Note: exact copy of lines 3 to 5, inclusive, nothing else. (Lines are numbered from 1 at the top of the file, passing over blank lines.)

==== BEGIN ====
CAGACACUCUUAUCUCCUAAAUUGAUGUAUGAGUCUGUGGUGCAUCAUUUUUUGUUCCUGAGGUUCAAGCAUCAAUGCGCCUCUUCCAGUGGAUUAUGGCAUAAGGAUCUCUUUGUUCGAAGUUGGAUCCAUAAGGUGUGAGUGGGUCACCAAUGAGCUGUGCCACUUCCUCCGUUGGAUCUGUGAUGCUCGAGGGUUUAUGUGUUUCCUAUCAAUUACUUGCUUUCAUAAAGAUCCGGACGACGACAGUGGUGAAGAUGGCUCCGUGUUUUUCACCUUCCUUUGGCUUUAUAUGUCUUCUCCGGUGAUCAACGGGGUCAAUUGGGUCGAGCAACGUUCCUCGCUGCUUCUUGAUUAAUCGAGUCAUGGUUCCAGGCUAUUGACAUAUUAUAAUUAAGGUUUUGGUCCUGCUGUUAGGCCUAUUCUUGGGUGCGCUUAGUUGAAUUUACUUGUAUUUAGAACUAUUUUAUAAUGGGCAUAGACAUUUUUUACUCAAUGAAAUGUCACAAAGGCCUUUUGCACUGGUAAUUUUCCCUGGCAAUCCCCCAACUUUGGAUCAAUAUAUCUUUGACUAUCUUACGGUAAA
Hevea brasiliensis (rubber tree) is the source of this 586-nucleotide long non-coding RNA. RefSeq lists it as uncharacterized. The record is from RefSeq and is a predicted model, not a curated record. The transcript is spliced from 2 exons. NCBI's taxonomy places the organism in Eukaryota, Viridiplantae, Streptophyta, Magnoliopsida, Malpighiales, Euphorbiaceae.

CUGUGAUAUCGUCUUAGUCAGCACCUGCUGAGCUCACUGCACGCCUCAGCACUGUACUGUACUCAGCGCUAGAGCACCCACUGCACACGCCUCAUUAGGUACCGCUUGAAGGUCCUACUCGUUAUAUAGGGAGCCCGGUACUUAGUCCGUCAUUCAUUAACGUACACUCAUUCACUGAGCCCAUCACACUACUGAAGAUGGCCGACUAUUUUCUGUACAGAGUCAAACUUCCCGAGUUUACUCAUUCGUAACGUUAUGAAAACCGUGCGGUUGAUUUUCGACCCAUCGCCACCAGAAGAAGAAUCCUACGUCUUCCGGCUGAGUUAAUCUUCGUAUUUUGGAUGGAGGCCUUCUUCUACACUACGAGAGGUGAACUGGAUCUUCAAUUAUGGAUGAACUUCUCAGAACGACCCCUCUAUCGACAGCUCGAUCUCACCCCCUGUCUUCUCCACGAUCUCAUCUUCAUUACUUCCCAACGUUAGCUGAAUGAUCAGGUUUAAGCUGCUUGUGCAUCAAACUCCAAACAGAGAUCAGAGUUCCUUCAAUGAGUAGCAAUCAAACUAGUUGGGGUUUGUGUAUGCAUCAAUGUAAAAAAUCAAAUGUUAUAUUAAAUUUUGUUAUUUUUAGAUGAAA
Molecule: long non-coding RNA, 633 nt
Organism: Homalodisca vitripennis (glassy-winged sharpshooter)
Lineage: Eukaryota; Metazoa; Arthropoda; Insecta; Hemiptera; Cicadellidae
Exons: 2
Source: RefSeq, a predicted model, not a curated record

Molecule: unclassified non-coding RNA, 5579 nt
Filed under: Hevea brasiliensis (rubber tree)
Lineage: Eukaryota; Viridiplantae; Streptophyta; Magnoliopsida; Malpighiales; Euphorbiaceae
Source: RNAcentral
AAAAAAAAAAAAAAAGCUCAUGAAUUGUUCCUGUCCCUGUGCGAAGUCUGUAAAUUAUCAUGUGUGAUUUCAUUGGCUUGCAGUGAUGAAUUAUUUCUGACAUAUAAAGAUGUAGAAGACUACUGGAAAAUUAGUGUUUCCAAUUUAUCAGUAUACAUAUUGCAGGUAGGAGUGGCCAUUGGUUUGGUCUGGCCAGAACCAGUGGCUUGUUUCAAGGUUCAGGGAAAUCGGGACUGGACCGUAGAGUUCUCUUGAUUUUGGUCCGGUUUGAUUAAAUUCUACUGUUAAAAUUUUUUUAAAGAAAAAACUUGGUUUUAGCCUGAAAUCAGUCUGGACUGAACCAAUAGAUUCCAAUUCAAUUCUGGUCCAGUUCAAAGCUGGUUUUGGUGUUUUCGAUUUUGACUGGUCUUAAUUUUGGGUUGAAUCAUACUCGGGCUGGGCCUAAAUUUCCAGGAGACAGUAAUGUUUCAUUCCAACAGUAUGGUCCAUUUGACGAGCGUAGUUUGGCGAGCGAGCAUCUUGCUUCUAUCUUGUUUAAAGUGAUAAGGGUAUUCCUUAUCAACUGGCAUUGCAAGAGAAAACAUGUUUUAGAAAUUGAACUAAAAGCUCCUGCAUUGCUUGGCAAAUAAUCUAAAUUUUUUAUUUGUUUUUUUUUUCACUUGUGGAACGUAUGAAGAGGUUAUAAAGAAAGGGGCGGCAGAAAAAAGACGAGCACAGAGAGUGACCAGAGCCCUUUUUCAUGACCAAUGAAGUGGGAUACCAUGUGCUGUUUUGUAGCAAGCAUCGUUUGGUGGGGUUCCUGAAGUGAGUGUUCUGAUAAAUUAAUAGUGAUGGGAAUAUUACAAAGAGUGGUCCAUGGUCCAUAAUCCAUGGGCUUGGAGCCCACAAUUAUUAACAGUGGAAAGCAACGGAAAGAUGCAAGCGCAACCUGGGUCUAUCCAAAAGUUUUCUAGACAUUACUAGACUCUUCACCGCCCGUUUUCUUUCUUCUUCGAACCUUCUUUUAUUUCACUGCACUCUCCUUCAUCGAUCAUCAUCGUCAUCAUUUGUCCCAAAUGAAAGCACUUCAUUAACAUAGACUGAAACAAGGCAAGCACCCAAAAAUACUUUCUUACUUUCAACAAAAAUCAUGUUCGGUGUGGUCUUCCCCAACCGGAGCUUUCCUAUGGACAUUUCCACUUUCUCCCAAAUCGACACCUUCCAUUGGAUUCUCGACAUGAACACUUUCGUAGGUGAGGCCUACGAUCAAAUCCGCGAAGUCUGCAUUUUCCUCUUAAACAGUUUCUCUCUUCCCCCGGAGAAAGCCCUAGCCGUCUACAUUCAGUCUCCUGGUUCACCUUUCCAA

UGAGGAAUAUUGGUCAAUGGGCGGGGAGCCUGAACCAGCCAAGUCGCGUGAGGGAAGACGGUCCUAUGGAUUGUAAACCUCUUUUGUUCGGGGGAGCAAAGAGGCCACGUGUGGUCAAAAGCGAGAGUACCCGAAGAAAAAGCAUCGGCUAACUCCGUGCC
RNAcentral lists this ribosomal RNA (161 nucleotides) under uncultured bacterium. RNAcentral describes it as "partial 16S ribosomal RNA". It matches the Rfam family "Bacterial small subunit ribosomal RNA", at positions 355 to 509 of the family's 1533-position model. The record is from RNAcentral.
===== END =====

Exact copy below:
CUGUGAUAUCGUCUUAGUCAGCACCUGCUGAGCUCACUGCACGCCUCAGCACUGUACUGUACUCAGCGCUAGAGCACCCACUGCACACGCCUCAUUAGGUACCGCUUGAAGGUCCUACUCGUUAUAUAGGGAGCCCGGUACUUAGUCCGUCAUUCAUUAACGUACACUCAUUCACUGAGCCCAUCACACUACUGAAGAUGGCCGACUAUUUUCUGUACAGAGUCAAACUUCCCGAGUUUACUCAUUCGUAACGUUAUGAAAACCGUGCGGUUGAUUUUCGACCCAUCGCCACCAGAAGAAGAAUCCUACGUCUUCCGGCUGAGUUAAUCUUCGUAUUUUGGAUGGAGGCCUUCUUCUACACUACGAGAGGUGAACUGGAUCUUCAAUUAUGGAUGAACUUCUCAGAACGACCCCUCUAUCGACAGCUCGAUCUCACCCCCUGUCUUCUCCACGAUCUCAUCUUCAUUACUUCCCAACGUUAGCUGAAUGAUCAGGUUUAAGCUGCUUGUGCAUCAAACUCCAAACAGAGAUCAGAGUUCCUUCAAUGAGUAGCAAUCAAACUAGUUGGGGUUUGUGUAUGCAUCAAUGUAAAAAAUCAAAUGUUAUAUUAAAUUUUGUUAUUUUUAGAUGAAA
Molecule: long non-coding RNA, 633 nt
Organism: Homalodisca vitripennis (glassy-winged sharpshooter)